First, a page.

SEATTLE (KOMO)-- Nearly a year to the day it began, Alaska Airlines will be ending its service to Havana, Cuba in January.
The Seattle based carrier tells KOMO News their last flight is planned for January 22, 2018. The Alaska aircraft used since the Havana route on January 5th, 2017 will soon be redeployed to serve destinations with higher demand.
"It's unfortunate," says John Kirby, Vice President of Capacity Planning and Alliances. "You never want to exit a route, but we are exiting the L.A.-to-Havana route and the last flight will be on January 22."
Kirby said they thought there would be a lot of pent up demand after a more than 50-year embargo on travel to Cuba. But it just didn't last.
"It really took off in March and sustained itself through July and the load factors got into the mid and high 80 percent, so we did a good job," he said. "But then we saw a precipitous drop off in traffic starting into the fall season. I'm sure that hurricane season didn't help as well but we really saw that the loads and the pent-up demand had exhausted itself, and we aren’t seeing any gains."
Kirby also cited the change in regulation last week that "people-to-people" travel for education is now no longer available. About 80 percent of Alaska’s flyers to Havana visited under that allowance. In June, The Trump administration announced a policy reversal would be coming to Cuba, stating changes made under President Obama would no longer apply.
"We really don't blame the administration," Kirby said. "We knew going in there was a very fluid environment, there is a risk."
When the airline launched its service to Cuba in January, it did so with limited data. Normally he explained that before launching any service they gather and analyze data, but there wasn't any data available for this market, since it didn't previously exist.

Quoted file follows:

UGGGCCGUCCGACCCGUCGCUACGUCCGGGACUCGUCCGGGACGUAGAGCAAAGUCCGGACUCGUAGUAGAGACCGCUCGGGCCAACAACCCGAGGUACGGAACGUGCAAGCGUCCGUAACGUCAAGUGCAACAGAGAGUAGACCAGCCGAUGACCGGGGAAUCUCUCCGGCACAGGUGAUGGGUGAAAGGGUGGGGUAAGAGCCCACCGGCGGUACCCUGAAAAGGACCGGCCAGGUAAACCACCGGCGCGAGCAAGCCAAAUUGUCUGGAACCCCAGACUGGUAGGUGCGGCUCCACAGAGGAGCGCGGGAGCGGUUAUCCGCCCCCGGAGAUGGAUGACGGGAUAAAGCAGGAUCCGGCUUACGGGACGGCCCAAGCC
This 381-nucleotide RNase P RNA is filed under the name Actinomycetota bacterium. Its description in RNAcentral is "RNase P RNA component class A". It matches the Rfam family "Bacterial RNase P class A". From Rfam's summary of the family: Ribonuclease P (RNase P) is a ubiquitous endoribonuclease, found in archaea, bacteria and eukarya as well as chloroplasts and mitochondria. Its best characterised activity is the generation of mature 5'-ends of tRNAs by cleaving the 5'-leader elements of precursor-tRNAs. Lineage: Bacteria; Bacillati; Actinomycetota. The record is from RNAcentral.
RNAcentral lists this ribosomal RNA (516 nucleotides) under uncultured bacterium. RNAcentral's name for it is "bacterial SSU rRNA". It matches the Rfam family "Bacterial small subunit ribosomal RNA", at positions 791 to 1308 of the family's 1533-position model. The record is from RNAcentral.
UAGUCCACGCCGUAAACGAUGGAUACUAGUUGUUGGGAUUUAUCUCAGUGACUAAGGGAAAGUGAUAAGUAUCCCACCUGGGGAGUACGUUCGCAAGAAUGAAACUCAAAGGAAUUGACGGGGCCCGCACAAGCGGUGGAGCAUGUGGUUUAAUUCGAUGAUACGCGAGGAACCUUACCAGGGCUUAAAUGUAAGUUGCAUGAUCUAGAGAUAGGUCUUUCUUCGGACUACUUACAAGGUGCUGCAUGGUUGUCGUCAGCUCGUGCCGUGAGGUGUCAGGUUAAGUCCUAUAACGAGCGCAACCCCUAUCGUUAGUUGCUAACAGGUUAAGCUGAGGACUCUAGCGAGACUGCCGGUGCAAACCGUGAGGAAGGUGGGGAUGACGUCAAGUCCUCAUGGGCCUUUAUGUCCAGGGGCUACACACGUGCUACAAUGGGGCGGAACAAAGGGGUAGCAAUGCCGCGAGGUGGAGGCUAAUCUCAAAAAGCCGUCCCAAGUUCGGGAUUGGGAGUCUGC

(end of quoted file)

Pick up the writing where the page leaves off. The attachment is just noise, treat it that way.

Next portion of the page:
So what is the response now, from Cuba?
"We have people actually, literally on the ground today informing the Cuban officials," Kirby said. "We haven't gotten any feedback yet."
Last week, the White House announced a "blacklist" making dozens of Cuban hotels, shops, tour companies and other businesses off-limits to U.S. citizens due to links to Cuba's military, intelligence or security services. Still, the policy is only a partial rollback of Obama's changes. Cruise ship visits and direct commercial flights between the countries will still be permitted. Embassies in Washington and Havana stay open. Bringing home limited quantities of rum and Cuban cigars is still allowed, officials said.
"Cuba is still open for business," said Charel van Dam of the Cuba Travel Network. "It is still possible for people to travel, but I think these announcements will serve mainly as something to scare off people who want to visit."
But Kirby said this is the right decision for the company.
"This is like nothing else we’ve ever done before. I would characterize it as a success that we were able to start up in a place like Havana, successfully," he said.
Passengers who had booked a flight after Jan. 22 will either be offered a flight on another airline at no additional cost or be offered a full refund.
Amazon's 2nd Headquarters could spur additional airline service
Alaska Airlines is now closing its acquisition of Virgin America, so is what markets will the airline be looking to expand to?
"I can't speak of any new routes," Kirby said. But he did say there's a lot of interest in Seattle and where Amazon will anchor its second headquarters.
"I attended a conference in Barcelona last month and everybody was asking me where is Amazon going to put their next headquarters and I said I have no idea," said Kirby.
He did say that we will see a lot more growth in Seattle with cities interested in Amazon's HQ2, looking for service to Seattle.
Alaska has launched 44 routes this year and the majority are meeting or exceeding the airline’s load factor forecasts, the airline said. The company anticipates it will grow about 7.2 percent this year. As the airline looks ahead to 2018, its planning for nearly 8 percent network growth by adding capacity in primarily existing markets.